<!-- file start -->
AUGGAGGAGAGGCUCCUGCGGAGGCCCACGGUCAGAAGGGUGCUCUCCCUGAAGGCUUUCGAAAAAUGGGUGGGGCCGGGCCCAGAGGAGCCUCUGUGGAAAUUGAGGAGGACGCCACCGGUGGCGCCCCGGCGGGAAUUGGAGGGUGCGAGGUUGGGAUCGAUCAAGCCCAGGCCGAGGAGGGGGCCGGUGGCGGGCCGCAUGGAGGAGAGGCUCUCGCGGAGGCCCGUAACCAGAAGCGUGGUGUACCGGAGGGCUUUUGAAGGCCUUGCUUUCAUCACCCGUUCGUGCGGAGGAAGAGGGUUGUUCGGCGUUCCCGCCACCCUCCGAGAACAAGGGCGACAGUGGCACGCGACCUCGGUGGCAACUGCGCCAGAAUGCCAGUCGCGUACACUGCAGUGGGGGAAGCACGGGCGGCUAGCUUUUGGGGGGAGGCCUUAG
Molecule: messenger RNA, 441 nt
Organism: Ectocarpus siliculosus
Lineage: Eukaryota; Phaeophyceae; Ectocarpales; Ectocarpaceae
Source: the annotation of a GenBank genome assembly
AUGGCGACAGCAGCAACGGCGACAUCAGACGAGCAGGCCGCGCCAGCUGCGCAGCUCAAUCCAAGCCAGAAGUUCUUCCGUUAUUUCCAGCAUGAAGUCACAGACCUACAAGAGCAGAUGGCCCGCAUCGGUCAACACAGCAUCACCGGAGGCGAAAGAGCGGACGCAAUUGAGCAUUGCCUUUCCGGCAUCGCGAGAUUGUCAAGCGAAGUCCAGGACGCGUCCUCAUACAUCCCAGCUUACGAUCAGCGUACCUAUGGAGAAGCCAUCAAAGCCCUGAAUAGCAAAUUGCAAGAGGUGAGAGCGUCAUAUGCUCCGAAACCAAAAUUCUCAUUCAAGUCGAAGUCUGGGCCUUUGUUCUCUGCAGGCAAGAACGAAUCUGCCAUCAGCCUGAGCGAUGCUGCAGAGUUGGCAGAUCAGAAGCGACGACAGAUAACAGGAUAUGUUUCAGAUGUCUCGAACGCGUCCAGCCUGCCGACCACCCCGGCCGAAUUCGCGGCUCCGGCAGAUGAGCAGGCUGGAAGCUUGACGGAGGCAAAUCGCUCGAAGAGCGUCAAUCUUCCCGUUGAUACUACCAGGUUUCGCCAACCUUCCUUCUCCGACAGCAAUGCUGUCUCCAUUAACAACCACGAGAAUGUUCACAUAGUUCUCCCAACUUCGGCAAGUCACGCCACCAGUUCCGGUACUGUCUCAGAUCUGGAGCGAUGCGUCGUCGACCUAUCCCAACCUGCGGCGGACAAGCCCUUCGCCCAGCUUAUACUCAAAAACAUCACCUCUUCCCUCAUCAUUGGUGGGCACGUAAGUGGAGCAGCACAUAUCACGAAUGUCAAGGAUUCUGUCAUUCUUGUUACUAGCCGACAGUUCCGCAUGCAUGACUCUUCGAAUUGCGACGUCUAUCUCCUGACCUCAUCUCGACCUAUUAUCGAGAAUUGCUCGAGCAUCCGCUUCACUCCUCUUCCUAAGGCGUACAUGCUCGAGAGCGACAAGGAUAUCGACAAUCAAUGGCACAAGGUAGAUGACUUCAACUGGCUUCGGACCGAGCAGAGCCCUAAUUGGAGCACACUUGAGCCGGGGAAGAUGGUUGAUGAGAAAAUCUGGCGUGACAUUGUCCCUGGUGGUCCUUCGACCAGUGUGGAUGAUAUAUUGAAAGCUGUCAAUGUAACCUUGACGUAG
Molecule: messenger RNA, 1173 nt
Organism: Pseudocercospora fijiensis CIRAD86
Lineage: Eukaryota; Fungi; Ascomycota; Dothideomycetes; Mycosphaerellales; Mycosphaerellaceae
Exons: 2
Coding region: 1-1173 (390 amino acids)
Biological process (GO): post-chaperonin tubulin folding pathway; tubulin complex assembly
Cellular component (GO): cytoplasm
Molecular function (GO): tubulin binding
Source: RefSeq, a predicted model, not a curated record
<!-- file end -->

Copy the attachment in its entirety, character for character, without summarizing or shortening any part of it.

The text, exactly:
AUGGAGGAGAGGCUCCUGCGGAGGCCCACGGUCAGAAGGGUGCUCUCCCUGAAGGCUUUCGAAAAAUGGGUGGGGCCGGGCCCAGAGGAGCCUCUGUGGAAAUUGAGGAGGACGCCACCGGUGGCGCCCCGGCGGGAAUUGGAGGGUGCGAGGUUGGGAUCGAUCAAGCCCAGGCCGAGGAGGGGGCCGGUGGCGGGCCGCAUGGAGGAGAGGCUCUCGCGGAGGCCCGUAACCAGAAGCGUGGUGUACCGGAGGGCUUUUGAAGGCCUUGCUUUCAUCACCCGUUCGUGCGGAGGAAGAGGGUUGUUCGGCGUUCCCGCCACCCUCCGAGAACAAGGGCGACAGUGGCACGCGACCUCGGUGGCAACUGCGCCAGAAUGCCAGUCGCGUACACUGCAGUGGGGGAAGCACGGGCGGCUAGCUUUUGGGGGGAGGCCUUAG
Molecule: messenger RNA, 441 nt
Organism: Ectocarpus siliculosus
Lineage: Eukaryota; Phaeophyceae; Ectocarpales; Ectocarpaceae
Source: the annotation of a GenBank genome assembly
AUGGCGACAGCAGCAACGGCGACAUCAGACGAGCAGGCCGCGCCAGCUGCGCAGCUCAAUCCAAGCCAGAAGUUCUUCCGUUAUUUCCAGCAUGAAGUCACAGACCUACAAGAGCAGAUGGCCCGCAUCGGUCAACACAGCAUCACCGGAGGCGAAAGAGCGGACGCAAUUGAGCAUUGCCUUUCCGGCAUCGCGAGAUUGUCAAGCGAAGUCCAGGACGCGUCCUCAUACAUCCCAGCUUACGAUCAGCGUACCUAUGGAGAAGCCAUCAAAGCCCUGAAUAGCAAAUUGCAAGAGGUGAGAGCGUCAUAUGCUCCGAAACCAAAAUUCUCAUUCAAGUCGAAGUCUGGGCCUUUGUUCUCUGCAGGCAAGAACGAAUCUGCCAUCAGCCUGAGCGAUGCUGCAGAGUUGGCAGAUCAGAAGCGACGACAGAUAACAGGAUAUGUUUCAGAUGUCUCGAACGCGUCCAGCCUGCCGACCACCCCGGCCGAAUUCGCGGCUCCGGCAGAUGAGCAGGCUGGAAGCUUGACGGAGGCAAAUCGCUCGAAGAGCGUCAAUCUUCCCGUUGAUACUACCAGGUUUCGCCAACCUUCCUUCUCCGACAGCAAUGCUGUCUCCAUUAACAACCACGAGAAUGUUCACAUAGUUCUCCCAACUUCGGCAAGUCACGCCACCAGUUCCGGUACUGUCUCAGAUCUGGAGCGAUGCGUCGUCGACCUAUCCCAACCUGCGGCGGACAAGCCCUUCGCCCAGCUUAUACUCAAAAACAUCACCUCUUCCCUCAUCAUUGGUGGGCACGUAAGUGGAGCAGCACAUAUCACGAAUGUCAAGGAUUCUGUCAUUCUUGUUACUAGCCGACAGUUCCGCAUGCAUGACUCUUCGAAUUGCGACGUCUAUCUCCUGACCUCAUCUCGACCUAUUAUCGAGAAUUGCUCGAGCAUCCGCUUCACUCCUCUUCCUAAGGCGUACAUGCUCGAGAGCGACAAGGAUAUCGACAAUCAAUGGCACAAGGUAGAUGACUUCAACUGGCUUCGGACCGAGCAGAGCCCUAAUUGGAGCACACUUGAGCCGGGGAAGAUGGUUGAUGAGAAAAUCUGGCGUGACAUUGUCCCUGGUGGUCCUUCGACCAGUGUGGAUGAUAUAUUGAAAGCUGUCAAUGUAACCUUGACGUAG
Molecule: messenger RNA, 1173 nt
Organism: Pseudocercospora fijiensis CIRAD86
Lineage: Eukaryota; Fungi; Ascomycota; Dothideomycetes; Mycosphaerellales; Mycosphaerellaceae
Exons: 2
Coding region: 1-1173 (390 amino acids)
Biological process (GO): post-chaperonin tubulin folding pathway; tubulin complex assembly
Cellular component (GO): cytoplasm
Molecular function (GO): tubulin binding
Source: RefSeq, a predicted model, not a curated record